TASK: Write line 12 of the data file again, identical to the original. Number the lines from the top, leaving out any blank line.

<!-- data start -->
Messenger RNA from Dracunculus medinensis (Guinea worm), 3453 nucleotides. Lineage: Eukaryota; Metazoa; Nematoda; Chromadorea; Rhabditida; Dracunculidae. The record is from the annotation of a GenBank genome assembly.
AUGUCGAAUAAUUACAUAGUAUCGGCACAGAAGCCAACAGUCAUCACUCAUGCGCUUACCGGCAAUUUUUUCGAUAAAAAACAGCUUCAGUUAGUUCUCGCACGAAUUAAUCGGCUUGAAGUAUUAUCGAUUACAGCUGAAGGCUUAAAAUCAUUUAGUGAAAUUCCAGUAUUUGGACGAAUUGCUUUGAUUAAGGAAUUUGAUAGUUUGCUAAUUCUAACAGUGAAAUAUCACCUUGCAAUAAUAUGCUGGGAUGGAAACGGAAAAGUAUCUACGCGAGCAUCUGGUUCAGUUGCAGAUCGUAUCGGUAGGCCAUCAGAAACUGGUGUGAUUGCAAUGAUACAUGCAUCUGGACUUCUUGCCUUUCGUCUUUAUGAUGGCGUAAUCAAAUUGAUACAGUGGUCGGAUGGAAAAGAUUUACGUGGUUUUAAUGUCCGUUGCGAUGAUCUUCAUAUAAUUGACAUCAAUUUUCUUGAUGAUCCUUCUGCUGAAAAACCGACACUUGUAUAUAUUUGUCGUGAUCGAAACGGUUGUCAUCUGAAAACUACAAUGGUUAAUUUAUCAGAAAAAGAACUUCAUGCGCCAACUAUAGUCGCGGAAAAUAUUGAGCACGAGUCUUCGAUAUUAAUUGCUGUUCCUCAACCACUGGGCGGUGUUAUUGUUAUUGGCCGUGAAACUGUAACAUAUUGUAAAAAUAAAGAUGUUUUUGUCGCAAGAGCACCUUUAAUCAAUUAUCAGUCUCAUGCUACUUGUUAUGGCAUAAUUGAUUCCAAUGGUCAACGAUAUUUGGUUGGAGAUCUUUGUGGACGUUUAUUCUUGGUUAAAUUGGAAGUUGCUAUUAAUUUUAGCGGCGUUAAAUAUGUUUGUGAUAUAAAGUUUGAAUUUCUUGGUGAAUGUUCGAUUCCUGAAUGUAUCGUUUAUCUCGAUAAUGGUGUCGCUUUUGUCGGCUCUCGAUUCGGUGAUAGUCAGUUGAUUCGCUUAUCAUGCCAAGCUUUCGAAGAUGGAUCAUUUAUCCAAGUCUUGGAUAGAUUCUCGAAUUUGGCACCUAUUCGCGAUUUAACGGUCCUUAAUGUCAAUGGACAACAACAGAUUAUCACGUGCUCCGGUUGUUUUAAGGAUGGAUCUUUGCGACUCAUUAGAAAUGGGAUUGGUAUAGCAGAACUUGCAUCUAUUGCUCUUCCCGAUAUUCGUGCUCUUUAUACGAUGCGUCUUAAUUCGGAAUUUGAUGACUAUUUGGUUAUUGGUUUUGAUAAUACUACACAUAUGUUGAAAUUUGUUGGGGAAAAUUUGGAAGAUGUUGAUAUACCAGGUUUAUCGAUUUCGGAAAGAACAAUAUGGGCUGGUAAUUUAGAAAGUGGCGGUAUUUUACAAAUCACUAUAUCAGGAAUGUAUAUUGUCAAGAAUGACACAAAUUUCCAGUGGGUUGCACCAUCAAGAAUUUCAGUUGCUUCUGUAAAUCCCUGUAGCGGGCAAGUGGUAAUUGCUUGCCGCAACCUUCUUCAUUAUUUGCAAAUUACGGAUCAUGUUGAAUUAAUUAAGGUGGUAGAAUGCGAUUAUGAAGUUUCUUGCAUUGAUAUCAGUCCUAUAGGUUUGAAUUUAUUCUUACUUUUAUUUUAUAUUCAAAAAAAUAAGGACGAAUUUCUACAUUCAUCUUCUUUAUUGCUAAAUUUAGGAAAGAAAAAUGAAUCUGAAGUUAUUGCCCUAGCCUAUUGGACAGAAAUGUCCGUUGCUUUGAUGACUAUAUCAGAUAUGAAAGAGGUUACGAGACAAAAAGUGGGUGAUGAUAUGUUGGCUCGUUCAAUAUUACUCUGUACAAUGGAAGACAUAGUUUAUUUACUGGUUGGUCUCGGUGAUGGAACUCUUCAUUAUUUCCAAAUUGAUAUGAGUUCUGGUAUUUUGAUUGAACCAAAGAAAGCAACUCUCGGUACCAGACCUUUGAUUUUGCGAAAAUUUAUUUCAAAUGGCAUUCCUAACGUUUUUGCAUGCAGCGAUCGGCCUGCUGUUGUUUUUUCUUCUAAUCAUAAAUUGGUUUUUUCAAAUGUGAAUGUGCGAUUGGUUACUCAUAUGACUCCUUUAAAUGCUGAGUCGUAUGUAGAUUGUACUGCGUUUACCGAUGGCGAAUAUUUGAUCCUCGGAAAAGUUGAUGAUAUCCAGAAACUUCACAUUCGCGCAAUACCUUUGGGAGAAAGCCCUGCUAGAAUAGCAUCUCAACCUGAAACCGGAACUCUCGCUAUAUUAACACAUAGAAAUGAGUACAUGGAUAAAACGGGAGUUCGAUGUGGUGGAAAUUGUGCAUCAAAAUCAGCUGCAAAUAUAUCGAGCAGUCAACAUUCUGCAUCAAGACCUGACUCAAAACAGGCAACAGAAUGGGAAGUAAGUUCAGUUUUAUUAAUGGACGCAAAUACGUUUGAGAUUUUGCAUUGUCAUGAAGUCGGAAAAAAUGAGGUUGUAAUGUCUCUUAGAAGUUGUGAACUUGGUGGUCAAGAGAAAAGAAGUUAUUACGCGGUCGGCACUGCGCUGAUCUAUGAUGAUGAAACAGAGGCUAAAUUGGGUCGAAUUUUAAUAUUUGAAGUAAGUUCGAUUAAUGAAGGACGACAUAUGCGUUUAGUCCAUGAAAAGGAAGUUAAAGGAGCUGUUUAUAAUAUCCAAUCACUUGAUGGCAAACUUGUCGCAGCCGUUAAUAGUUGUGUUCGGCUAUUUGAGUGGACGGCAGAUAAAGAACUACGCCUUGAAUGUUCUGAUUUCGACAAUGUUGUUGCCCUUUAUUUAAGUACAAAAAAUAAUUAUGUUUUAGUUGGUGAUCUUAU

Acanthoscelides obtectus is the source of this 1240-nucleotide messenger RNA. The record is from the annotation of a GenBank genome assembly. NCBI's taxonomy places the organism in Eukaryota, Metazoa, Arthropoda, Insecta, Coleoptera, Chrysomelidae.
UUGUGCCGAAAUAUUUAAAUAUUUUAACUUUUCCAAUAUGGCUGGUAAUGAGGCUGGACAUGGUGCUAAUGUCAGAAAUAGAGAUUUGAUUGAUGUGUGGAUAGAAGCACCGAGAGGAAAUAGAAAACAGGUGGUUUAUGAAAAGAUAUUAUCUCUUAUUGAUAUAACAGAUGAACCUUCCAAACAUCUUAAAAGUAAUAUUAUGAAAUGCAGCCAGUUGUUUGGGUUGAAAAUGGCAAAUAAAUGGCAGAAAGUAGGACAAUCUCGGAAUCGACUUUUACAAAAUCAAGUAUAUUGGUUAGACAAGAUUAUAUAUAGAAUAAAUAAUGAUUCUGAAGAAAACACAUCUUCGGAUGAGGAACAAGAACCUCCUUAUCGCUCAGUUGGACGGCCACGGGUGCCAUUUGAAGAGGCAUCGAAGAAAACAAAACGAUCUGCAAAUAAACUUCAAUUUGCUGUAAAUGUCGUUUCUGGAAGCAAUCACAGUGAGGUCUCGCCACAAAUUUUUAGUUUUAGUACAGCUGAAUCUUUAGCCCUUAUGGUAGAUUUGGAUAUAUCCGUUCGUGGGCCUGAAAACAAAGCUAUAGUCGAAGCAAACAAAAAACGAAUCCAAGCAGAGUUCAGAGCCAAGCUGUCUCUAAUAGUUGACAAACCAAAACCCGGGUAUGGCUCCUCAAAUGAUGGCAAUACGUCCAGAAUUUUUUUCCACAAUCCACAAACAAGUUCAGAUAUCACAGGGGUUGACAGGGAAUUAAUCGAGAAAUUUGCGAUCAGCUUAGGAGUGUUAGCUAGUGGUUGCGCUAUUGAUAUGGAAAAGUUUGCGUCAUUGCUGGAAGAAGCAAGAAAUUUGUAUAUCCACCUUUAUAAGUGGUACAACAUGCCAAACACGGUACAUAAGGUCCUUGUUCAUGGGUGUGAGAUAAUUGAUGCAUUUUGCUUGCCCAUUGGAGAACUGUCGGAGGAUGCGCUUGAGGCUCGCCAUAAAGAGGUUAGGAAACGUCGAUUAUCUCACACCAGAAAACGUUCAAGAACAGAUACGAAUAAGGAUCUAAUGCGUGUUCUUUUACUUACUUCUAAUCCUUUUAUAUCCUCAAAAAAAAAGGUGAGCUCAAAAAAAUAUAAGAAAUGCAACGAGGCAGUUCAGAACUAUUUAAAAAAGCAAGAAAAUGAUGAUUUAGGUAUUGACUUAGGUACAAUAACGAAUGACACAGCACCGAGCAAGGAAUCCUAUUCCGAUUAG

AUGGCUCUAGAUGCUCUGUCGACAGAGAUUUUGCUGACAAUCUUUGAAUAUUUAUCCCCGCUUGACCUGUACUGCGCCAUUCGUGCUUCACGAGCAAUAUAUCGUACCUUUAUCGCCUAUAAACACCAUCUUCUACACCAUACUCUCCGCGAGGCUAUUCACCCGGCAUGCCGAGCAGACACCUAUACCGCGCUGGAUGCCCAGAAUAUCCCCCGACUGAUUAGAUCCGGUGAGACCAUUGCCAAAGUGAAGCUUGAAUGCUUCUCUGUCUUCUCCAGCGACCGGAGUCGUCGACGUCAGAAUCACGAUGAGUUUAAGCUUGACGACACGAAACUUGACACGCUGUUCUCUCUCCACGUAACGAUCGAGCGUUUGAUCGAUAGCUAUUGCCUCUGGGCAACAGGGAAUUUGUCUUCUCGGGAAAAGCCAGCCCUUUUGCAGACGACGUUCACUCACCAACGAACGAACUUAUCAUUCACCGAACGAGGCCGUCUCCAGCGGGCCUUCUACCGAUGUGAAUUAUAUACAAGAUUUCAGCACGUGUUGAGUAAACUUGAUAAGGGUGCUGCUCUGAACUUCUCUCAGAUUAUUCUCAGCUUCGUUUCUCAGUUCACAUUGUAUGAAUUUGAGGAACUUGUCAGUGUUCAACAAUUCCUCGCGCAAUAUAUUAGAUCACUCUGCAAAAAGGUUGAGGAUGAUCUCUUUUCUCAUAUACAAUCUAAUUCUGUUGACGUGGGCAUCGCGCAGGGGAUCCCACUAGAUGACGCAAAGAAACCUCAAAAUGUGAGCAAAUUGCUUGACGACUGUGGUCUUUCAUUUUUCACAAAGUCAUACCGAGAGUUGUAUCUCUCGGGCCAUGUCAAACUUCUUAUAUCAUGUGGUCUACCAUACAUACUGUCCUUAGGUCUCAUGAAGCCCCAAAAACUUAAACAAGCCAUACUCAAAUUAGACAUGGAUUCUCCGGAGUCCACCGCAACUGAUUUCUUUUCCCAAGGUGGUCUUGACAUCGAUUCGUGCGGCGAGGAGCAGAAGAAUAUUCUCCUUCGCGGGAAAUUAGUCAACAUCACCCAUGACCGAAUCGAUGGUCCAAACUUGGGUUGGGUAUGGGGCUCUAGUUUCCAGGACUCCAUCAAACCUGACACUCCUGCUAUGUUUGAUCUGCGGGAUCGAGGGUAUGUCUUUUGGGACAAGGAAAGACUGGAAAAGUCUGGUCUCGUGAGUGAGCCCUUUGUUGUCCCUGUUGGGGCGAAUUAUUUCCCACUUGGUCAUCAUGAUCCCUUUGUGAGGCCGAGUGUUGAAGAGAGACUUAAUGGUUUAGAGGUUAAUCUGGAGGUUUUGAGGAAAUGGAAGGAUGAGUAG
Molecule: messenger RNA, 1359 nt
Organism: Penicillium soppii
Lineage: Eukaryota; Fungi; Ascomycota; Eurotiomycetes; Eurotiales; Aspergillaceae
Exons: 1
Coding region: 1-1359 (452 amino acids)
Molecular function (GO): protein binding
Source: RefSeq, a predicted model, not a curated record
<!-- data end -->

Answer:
Source: RefSeq, a predicted model, not a curated record